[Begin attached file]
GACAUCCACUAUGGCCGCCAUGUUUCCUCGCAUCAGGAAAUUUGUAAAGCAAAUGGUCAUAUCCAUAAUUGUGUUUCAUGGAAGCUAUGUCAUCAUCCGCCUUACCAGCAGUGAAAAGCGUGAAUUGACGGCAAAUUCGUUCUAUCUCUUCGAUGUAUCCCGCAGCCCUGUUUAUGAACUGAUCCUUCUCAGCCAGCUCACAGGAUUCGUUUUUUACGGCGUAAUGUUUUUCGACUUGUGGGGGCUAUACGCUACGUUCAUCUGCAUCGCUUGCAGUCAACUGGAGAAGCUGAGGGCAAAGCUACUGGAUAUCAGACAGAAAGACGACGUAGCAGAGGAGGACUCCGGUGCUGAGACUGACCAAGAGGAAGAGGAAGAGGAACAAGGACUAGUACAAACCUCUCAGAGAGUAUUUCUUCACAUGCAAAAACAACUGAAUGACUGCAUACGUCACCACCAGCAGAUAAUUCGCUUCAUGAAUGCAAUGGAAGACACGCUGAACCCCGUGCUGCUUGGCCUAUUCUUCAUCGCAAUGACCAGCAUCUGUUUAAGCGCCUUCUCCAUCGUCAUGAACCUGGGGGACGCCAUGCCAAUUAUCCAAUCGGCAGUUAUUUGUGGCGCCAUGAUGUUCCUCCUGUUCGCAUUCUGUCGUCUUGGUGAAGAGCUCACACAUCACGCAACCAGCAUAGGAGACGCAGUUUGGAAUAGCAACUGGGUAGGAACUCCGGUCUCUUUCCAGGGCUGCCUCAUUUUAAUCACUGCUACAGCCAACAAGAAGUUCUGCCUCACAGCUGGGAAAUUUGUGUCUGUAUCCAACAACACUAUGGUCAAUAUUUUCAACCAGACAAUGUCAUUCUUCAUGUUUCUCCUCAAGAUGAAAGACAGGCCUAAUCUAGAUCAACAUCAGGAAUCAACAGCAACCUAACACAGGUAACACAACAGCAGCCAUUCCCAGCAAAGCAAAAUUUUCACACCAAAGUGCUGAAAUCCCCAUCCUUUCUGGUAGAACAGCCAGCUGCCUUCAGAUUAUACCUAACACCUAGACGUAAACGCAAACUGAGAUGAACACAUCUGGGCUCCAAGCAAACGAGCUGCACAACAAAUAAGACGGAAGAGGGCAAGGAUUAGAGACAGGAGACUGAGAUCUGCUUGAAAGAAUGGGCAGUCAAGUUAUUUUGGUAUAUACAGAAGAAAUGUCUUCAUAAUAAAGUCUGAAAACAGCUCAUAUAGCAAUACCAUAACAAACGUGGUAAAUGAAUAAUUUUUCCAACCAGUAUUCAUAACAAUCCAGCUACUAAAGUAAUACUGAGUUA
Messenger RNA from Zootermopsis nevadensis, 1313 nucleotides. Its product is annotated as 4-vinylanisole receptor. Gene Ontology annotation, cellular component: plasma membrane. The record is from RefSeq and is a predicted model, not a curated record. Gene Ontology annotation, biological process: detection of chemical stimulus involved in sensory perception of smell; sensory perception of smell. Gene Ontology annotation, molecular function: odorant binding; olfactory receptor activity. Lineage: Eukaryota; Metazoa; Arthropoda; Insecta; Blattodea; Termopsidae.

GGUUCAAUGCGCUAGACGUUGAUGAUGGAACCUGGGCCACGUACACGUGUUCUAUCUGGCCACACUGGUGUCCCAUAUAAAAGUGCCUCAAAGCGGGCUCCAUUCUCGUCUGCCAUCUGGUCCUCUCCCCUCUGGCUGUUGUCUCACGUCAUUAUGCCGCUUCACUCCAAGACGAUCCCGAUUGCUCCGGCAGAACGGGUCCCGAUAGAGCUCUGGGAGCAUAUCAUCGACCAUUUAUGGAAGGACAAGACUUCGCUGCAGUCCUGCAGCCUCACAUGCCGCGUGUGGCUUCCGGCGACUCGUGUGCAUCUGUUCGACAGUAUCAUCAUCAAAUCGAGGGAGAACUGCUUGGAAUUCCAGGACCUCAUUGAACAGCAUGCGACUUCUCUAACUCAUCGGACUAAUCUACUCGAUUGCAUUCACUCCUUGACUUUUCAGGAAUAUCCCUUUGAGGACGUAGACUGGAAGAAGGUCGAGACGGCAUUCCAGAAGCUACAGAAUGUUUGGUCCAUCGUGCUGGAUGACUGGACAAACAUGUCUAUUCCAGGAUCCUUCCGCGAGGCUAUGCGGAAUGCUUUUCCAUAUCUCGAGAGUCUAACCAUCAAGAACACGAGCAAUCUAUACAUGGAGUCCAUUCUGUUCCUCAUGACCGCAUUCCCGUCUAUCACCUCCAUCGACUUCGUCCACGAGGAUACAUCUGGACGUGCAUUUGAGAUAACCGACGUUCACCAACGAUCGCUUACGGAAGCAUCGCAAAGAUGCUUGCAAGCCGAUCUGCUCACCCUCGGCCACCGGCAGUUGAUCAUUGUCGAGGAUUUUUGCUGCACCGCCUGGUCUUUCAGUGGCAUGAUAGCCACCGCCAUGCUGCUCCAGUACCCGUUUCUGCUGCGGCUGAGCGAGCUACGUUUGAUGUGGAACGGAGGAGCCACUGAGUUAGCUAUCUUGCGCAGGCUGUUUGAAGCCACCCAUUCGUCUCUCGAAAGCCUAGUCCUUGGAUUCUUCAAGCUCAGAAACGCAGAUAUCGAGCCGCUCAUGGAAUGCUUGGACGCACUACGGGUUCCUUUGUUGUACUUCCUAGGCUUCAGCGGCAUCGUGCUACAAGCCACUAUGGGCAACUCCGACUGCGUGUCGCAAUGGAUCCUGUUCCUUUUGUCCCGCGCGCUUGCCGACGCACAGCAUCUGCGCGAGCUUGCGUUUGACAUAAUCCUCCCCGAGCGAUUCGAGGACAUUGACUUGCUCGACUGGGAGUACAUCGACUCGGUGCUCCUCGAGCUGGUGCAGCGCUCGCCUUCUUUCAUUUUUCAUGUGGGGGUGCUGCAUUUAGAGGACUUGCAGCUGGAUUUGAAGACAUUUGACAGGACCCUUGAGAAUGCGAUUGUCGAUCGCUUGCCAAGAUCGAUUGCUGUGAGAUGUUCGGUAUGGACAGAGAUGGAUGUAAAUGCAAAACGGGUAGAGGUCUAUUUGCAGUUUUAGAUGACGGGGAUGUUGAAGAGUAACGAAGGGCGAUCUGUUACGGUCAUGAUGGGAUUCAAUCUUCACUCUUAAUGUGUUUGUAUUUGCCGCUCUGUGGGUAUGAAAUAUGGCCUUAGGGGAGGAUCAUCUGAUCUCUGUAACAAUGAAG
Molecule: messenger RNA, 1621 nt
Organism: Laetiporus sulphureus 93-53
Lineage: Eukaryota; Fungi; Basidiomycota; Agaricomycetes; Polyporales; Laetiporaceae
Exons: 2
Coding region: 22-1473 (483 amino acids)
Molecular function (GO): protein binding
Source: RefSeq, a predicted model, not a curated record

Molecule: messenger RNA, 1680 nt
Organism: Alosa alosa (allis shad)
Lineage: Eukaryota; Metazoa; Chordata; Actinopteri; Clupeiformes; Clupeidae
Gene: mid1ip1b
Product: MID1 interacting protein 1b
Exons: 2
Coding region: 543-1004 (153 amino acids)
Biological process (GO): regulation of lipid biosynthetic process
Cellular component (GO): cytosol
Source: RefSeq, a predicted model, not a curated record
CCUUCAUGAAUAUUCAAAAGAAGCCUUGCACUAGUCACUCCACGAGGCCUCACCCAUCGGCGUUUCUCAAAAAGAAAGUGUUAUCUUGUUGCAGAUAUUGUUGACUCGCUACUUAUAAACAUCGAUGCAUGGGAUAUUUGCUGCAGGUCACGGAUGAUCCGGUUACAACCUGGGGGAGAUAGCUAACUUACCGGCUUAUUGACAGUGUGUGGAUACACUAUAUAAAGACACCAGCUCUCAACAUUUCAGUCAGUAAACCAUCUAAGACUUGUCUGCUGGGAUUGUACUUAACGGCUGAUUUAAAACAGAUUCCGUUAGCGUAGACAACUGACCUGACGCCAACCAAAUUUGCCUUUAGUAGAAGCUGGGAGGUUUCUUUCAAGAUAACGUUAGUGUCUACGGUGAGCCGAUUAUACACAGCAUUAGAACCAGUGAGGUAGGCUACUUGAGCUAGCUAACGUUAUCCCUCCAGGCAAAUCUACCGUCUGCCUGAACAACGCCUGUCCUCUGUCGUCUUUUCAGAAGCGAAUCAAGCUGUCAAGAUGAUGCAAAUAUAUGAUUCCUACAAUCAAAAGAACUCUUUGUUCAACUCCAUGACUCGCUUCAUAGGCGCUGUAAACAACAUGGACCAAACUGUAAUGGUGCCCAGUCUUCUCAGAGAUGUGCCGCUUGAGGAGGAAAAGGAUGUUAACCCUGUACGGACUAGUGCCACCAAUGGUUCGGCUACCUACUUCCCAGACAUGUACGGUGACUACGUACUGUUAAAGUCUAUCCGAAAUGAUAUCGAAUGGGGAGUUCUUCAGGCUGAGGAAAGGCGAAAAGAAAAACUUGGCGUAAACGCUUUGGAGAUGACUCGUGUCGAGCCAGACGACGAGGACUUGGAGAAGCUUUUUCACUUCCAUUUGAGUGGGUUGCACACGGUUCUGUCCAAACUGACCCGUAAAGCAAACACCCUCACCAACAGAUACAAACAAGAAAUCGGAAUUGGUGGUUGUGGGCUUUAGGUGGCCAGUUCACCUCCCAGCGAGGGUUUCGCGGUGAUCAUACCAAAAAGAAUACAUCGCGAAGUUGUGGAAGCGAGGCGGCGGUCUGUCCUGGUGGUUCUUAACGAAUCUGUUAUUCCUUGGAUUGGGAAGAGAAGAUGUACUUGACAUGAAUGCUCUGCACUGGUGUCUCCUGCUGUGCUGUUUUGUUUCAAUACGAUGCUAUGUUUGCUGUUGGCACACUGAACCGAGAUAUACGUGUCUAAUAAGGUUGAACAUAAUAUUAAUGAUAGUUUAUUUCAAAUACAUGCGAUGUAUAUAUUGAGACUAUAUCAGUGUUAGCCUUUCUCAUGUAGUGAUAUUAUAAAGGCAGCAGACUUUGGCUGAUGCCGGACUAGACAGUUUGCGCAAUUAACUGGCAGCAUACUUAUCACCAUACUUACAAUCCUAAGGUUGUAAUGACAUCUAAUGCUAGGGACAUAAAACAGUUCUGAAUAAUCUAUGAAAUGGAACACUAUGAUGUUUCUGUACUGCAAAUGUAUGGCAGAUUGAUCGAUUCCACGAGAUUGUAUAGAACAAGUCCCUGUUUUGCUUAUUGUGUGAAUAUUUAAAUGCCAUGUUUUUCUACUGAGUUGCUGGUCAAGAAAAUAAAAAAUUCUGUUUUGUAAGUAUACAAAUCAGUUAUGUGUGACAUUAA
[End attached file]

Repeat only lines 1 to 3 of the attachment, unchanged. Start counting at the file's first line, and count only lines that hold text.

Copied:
GACAUCCACUAUGGCCGCCAUGUUUCCUCGCAUCAGGAAAUUUGUAAAGCAAAUGGUCAUAUCCAUAAUUGUGUUUCAUGGAAGCUAUGUCAUCAUCCGCCUUACCAGCAGUGAAAAGCGUGAAUUGACGGCAAAUUCGUUCUAUCUCUUCGAUGUAUCCCGCAGCCCUGUUUAUGAACUGAUCCUUCUCAGCCAGCUCACAGGAUUCGUUUUUUACGGCGUAAUGUUUUUCGACUUGUGGGGGCUAUACGCUACGUUCAUCUGCAUCGCUUGCAGUCAACUGGAGAAGCUGAGGGCAAAGCUACUGGAUAUCAGACAGAAAGACGACGUAGCAGAGGAGGACUCCGGUGCUGAGACUGACCAAGAGGAAGAGGAAGAGGAACAAGGACUAGUACAAACCUCUCAGAGAGUAUUUCUUCACAUGCAAAAACAACUGAAUGACUGCAUACGUCACCACCAGCAGAUAAUUCGCUUCAUGAAUGCAAUGGAAGACACGCUGAACCCCGUGCUGCUUGGCCUAUUCUUCAUCGCAAUGACCAGCAUCUGUUUAAGCGCCUUCUCCAUCGUCAUGAACCUGGGGGACGCCAUGCCAAUUAUCCAAUCGGCAGUUAUUUGUGGCGCCAUGAUGUUCCUCCUGUUCGCAUUCUGUCGUCUUGGUGAAGAGCUCACACAUCACGCAACCAGCAUAGGAGACGCAGUUUGGAAUAGCAACUGGGUAGGAACUCCGGUCUCUUUCCAGGGCUGCCUCAUUUUAAUCACUGCUACAGCCAACAAGAAGUUCUGCCUCACAGCUGGGAAAUUUGUGUCUGUAUCCAACAACACUAUGGUCAAUAUUUUCAACCAGACAAUGUCAUUCUUCAUGUUUCUCCUCAAGAUGAAAGACAGGCCUAAUCUAGAUCAACAUCAGGAAUCAACAGCAACCUAACACAGGUAACACAACAGCAGCCAUUCCCAGCAAAGCAAAAUUUUCACACCAAAGUGCUGAAAUCCCCAUCCUUUCUGGUAGAACAGCCAGCUGCCUUCAGAUUAUACCUAACACCUAGACGUAAACGCAAACUGAGAUGAACACAUCUGGGCUCCAAGCAAACGAGCUGCACAACAAAUAAGACGGAAGAGGGCAAGGAUUAGAGACAGGAGACUGAGAUCUGCUUGAAAGAAUGGGCAGUCAAGUUAUUUUGGUAUAUACAGAAGAAAUGUCUUCAUAAUAAAGUCUGAAAACAGCUCAUAUAGCAAUACCAUAACAAACGUGGUAAAUGAAUAAUUUUUCCAACCAGUAUUCAUAACAAUCCAGCUACUAAAGUAAUACUGAGUUA
Messenger RNA from Zootermopsis nevadensis, 1313 nucleotides. Its product is annotated as 4-vinylanisole receptor. Gene Ontology annotation, cellular component: plasma membrane. The record is from RefSeq and is a predicted model, not a curated record. Gene Ontology annotation, biological process: detection of chemical stimulus involved in sensory perception of smell; sensory perception of smell. Gene Ontology annotation, molecular function: odorant binding; olfactory receptor activity. Lineage: Eukaryota; Metazoa; Arthropoda; Insecta; Blattodea; Termopsidae.

GGUUCAAUGCGCUAGACGUUGAUGAUGGAACCUGGGCCACGUACACGUGUUCUAUCUGGCCACACUGGUGUCCCAUAUAAAAGUGCCUCAAAGCGGGCUCCAUUCUCGUCUGCCAUCUGGUCCUCUCCCCUCUGGCUGUUGUCUCACGUCAUUAUGCCGCUUCACUCCAAGACGAUCCCGAUUGCUCCGGCAGAACGGGUCCCGAUAGAGCUCUGGGAGCAUAUCAUCGACCAUUUAUGGAAGGACAAGACUUCGCUGCAGUCCUGCAGCCUCACAUGCCGCGUGUGGCUUCCGGCGACUCGUGUGCAUCUGUUCGACAGUAUCAUCAUCAAAUCGAGGGAGAACUGCUUGGAAUUCCAGGACCUCAUUGAACAGCAUGCGACUUCUCUAACUCAUCGGACUAAUCUACUCGAUUGCAUUCACUCCUUGACUUUUCAGGAAUAUCCCUUUGAGGACGUAGACUGGAAGAAGGUCGAGACGGCAUUCCAGAAGCUACAGAAUGUUUGGUCCAUCGUGCUGGAUGACUGGACAAACAUGUCUAUUCCAGGAUCCUUCCGCGAGGCUAUGCGGAAUGCUUUUCCAUAUCUCGAGAGUCUAACCAUCAAGAACACGAGCAAUCUAUACAUGGAGUCCAUUCUGUUCCUCAUGACCGCAUUCCCGUCUAUCACCUCCAUCGACUUCGUCCACGAGGAUACAUCUGGACGUGCAUUUGAGAUAACCGACGUUCACCAACGAUCGCUUACGGAAGCAUCGCAAAGAUGCUUGCAAGCCGAUCUGCUCACCCUCGGCCACCGGCAGUUGAUCAUUGUCGAGGAUUUUUGCUGCACCGCCUGGUCUUUCAGUGGCAUGAUAGCCACCGCCAUGCUGCUCCAGUACCCGUUUCUGCUGCGGCUGAGCGAGCUACGUUUGAUGUGGAACGGAGGAGCCACUGAGUUAGCUAUCUUGCGCAGGCUGUUUGAAGCCACCCAUUCGUCUCUCGAAAGCCUAGUCCUUGGAUUCUUCAAGCUCAGAAACGCAGAUAUCGAGCCGCUCAUGGAAUGCUUGGACGCACUACGGGUUCCUUUGUUGUACUUCCUAGGCUUCAGCGGCAUCGUGCUACAAGCCACUAUGGGCAACUCCGACUGCGUGUCGCAAUGGAUCCUGUUCCUUUUGUCCCGCGCGCUUGCCGACGCACAGCAUCUGCGCGAGCUUGCGUUUGACAUAAUCCUCCCCGAGCGAUUCGAGGACAUUGACUUGCUCGACUGGGAGUACAUCGACUCGGUGCUCCUCGAGCUGGUGCAGCGCUCGCCUUCUUUCAUUUUUCAUGUGGGGGUGCUGCAUUUAGAGGACUUGCAGCUGGAUUUGAAGACAUUUGACAGGACCCUUGAGAAUGCGAUUGUCGAUCGCUUGCCAAGAUCGAUUGCUGUGAGAUGUUCGGUAUGGACAGAGAUGGAUGUAAAUGCAAAACGGGUAGAGGUCUAUUUGCAGUUUUAGAUGACGGGGAUGUUGAAGAGUAACGAAGGGCGAUCUGUUACGGUCAUGAUGGGAUUCAAUCUUCACUCUUAAUGUGUUUGUAUUUGCCGCUCUGUGGGUAUGAAAUAUGGCCUUAGGGGAGGAUCAUCUGAUCUCUGUAACAAUGAAG